by Zaire Saunders
SF Carnaval’s Grand Parade is Saturday, May 28, in the Mission District
Celebrations penetrate the hearts of thousands when Carnaval comes around. People of all ethnic backgrounds and personal histories come together to dance, sing, pray and eat the many available treats.
If it’s your first experience with Carnaval, then keep reading to gain a deeper insight to the ins and outs of the celebration that spans nations across continents. I chatted with Rodrigo Duran to find out more about the event coming up. Check it out.
Zaire Saunders: Can you start by explaining the significance behind Carnaval? What exactly is it? Why is it important for SF to host their own?
Rodrigo Duran: Carnaval and the reason it’s celebrated has to do with Catholicism and celebrating before Lent. Europe brought it to the Americas and so the indigenous folk along with African folks combined traditions. So, San Francisco in the ‘70s, we had a melting pot here.
We had people from Trinidad, Panama, Brazil – plus from Central America – who celebrated in their home countries and wanted to have one in SF to highlight their culture and heritage.
Zaire Saunders: What role do you play in organizing SF Carnaval?
Rodrigo Duran: I’m the executive director of SF Carnaval. We are a non-profit and a team of four that produces that grand event with a parade for 40,000 people.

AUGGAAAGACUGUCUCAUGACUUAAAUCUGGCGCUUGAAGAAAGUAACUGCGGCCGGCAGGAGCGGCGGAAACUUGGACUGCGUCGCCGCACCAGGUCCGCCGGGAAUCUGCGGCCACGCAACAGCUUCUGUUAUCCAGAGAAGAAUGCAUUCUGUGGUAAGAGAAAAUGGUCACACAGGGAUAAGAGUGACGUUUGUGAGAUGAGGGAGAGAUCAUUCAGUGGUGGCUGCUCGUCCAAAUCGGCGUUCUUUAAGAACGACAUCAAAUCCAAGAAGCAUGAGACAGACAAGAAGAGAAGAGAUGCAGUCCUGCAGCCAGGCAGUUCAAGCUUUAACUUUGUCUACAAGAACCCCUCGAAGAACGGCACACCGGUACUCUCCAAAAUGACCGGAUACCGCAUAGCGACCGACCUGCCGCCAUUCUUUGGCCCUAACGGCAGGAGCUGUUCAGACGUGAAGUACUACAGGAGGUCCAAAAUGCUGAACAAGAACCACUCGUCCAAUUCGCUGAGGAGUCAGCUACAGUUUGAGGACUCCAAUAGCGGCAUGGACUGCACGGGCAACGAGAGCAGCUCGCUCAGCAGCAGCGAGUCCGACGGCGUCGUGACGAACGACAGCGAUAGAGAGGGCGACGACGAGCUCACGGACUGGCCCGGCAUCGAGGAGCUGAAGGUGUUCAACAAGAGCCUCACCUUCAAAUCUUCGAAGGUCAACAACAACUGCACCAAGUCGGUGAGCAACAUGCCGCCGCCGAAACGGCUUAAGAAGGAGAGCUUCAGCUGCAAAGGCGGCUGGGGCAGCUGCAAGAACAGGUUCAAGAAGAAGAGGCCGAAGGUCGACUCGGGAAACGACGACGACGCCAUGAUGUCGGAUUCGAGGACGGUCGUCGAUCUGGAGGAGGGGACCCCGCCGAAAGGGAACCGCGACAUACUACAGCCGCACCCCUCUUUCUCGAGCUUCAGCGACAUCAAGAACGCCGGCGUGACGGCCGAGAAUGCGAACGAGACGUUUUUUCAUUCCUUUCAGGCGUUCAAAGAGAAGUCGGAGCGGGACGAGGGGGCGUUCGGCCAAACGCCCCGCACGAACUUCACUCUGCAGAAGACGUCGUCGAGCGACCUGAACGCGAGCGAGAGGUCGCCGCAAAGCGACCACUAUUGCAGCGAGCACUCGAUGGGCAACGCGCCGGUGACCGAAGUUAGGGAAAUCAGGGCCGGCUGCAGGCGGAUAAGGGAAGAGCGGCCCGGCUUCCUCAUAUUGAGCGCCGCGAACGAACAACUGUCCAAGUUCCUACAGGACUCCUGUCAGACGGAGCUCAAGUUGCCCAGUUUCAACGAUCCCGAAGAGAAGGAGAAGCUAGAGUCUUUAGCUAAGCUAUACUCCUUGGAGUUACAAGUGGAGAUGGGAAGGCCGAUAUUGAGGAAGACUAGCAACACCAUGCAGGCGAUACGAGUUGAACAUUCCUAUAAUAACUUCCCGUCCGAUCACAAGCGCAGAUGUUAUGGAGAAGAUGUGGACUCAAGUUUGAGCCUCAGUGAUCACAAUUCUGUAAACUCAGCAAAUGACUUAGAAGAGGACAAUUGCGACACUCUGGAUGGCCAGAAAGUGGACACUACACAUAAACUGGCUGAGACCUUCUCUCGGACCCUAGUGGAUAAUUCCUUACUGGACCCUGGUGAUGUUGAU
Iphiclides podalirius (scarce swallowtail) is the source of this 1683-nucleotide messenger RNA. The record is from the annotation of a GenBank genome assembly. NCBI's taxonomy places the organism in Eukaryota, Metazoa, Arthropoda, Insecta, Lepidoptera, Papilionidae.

So I have to have all the permits in line. I make sure it remains free and comfortable for all who attend.
Zaire Saunders: How do you ensure SF Carnaval is a welcoming event and experience, while still keeping to its roots?
Rodrigo Duran: The simple answer is this: It’s all about taking up space. The beauty carnival is when it began, we had Black folks, Latino folks and white folks all learning about different cultures. That melting pot is the core of what makes Carnaval so special.
You won’t find any other parade that has a huge mix. You’ll hear samba and funk because of Oakland. You’ll see some Chinese folks who dance salsa better than some Cubans. We keep it vibrant because we stay true to the roots. The Black, Latino and white artists are what keeps it vibrant, unique and genuine.
Zaire Saunders: Can you tell us a little about what someone can expect attending their first Carnaval?
Rodrigo Duran: Just be ready to absorb different colors, costumes, and languages. Just be happy experiencing discomfort in a happy way. I mean, shit, you don’t know about being on the road with Trinidadians but they’ll be dancing and waving their flag right in front of you. Learn to be comfortable and have fun. They are gonna have fun so go ahead and jump up and down – dance.
Zaire Saunders: Where can we hear more about SF Carnaval? How can we keep up with it on our own?
Rodrigo Duran: We have our website where we will be putting out content with our headliners, maps and our vendors. You can follow us on our Instagram @carnavalsf and our public Facebook. Oh! We are partnering with the Department of Economic and Workforce Development to highlight the many businesses Carnaval positively impacts.
We are an economic driver, when Carnaval happens, it’s a huge money making machine. So look out for our website: carnavalsanfrancisco.org.
Zaire Saunders is the copy editor and reporter for the SF Bay View Community Journalism Program, which is funded by the California State Library.